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Invest in Your Finance App's Future With These 7 Development and Design Tips

February 20, 2018

Since Early Warning Serviceslaunchedits standalone app, Zelle, last fall, Apple and Android users have been cashing in on easy, no-cost bank transfers.

Supported by more than 30 banks, from large players such as USAA, PNC, and Wells Fargo to more obscure ones like the First Citizens National Bank of Upper Sandusky, the fintech app has quickly found friends. It's not tough to see why, either. After signing up with just an email address or mobile number, users can transfer up to $2,500 at a time and even split payments. Because it works directly with major banks, Zelle payments clear in near-real time and feature state-of-the-art fraud protection.

Zelle's biggest leg up on industry leader PayPal, however, is its totally free transfers — a service for which PayPal charges 25 cents per pop. Thanks to its value proposition, sensible user interface, and bank relationships, Zelle is rapidly rising through fintech's ranks.

Banking on Better Design and Development

So how can your financial firm hit a Zelle-level home run with its own fintech app? Step up to the plate with these seven development and design tips:

1. Invest in the right platforms.

The mobile world is a lot like the stock market — it's in a constant state of flux. New devices are debuting all the time while old ones are updated monthly or even weekly. An app might work great on one, but with the next iteration, its performance might plummet.

Don't try to keep up with every device. Discover which ones your user base is using, and target your app to those. In the case of finance apps, Android receives more installs and registrations. iOS, however, generates more revenue-producing users and, therefore,costs creators 21.2 percent less to acquire each user.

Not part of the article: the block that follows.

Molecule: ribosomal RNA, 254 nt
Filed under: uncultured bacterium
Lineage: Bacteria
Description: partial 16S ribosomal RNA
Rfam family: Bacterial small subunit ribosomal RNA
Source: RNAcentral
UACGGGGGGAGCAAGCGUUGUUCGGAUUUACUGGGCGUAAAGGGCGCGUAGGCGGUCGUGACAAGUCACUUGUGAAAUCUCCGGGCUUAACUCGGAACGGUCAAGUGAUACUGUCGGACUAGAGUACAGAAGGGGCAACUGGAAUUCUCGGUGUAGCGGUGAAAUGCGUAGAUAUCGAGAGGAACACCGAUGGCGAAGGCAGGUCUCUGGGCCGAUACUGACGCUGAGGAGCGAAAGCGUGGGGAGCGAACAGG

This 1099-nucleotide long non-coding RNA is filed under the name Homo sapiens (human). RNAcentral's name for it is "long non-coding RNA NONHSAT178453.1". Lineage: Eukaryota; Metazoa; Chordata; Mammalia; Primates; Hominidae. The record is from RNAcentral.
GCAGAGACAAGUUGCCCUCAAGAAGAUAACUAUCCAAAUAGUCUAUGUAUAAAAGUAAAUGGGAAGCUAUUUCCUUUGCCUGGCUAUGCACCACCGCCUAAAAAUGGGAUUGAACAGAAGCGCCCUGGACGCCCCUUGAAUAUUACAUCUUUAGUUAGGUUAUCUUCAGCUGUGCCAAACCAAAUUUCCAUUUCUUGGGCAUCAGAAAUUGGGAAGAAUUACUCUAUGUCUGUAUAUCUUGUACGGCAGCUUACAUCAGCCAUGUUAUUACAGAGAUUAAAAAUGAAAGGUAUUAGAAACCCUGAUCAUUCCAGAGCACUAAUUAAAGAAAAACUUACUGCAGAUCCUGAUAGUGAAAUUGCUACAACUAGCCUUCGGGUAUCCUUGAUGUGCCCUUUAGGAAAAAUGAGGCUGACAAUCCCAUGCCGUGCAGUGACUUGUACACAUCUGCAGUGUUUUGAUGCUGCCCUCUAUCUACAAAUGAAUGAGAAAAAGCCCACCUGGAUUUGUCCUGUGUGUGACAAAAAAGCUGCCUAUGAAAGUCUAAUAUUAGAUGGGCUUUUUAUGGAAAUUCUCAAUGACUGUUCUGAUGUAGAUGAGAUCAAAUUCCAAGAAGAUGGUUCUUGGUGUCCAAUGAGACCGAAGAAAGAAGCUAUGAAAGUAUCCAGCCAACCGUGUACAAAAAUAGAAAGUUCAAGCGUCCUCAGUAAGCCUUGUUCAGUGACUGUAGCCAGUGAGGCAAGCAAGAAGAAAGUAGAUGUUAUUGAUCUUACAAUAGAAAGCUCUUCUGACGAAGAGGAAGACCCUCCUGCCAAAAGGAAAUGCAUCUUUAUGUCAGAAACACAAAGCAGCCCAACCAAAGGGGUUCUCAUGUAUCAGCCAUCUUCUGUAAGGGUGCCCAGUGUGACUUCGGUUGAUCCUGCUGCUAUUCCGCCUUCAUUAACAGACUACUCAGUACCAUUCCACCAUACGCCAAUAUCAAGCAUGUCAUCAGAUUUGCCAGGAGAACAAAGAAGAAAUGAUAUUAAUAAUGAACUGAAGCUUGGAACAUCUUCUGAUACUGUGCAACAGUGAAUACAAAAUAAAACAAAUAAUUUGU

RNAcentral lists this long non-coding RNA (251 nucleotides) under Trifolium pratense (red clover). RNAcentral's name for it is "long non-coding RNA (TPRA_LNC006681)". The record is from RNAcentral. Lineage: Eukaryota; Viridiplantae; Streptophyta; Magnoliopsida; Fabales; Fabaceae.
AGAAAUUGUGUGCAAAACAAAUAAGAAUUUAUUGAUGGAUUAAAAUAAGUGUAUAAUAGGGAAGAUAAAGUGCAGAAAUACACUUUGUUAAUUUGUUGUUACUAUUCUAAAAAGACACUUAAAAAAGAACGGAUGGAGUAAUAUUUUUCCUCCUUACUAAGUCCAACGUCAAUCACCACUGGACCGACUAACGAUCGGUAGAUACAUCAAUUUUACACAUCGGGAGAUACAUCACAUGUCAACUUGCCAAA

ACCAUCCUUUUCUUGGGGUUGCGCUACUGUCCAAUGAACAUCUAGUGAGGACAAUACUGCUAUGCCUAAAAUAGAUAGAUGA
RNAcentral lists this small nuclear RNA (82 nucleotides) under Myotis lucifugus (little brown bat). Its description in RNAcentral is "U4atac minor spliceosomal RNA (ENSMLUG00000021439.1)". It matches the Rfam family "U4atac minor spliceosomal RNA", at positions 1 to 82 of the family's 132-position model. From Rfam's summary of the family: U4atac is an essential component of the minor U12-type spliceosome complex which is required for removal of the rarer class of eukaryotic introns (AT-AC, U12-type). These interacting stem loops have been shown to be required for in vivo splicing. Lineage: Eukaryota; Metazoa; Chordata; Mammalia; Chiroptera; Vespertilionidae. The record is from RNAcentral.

Once you've chosen your platforms, prepare to iterate. Apple and Google generally release changes to developers ahead of time so they have time to tweak their apps for users. Giving your app regular checkups prevents problems from compounding and, as a result, becoming costlier to fix.

2. Get designers and developers on the same page.
Why did Millennial users mourn the August 2017 demise of budgeting app Level Money? Because it made managing money so much easier than any other app of its day. Supported in the latter half of its life by Capital One, known for its whole-company embrace of agile design and development, Level Money featured an elegantly simple user experience and minimalist user interface.

A Level Money-level user experience takes tight collaboration between designers and developers. Apps built by siloed teams tend to lack design focus and undergo too many design development cycles. Working together, designers and developers can use tools like Xcode and Android Studio to tweak animations, perfect images, and polish layouts.

3. Maximize offline usability.

Consumers spend more than 90 percent of their time on mobile devices using apps, which translates to almost 3.5 hours per day. So be sure your app is accessible to its entire user base, whether they live in urban Seattle or central Alaska.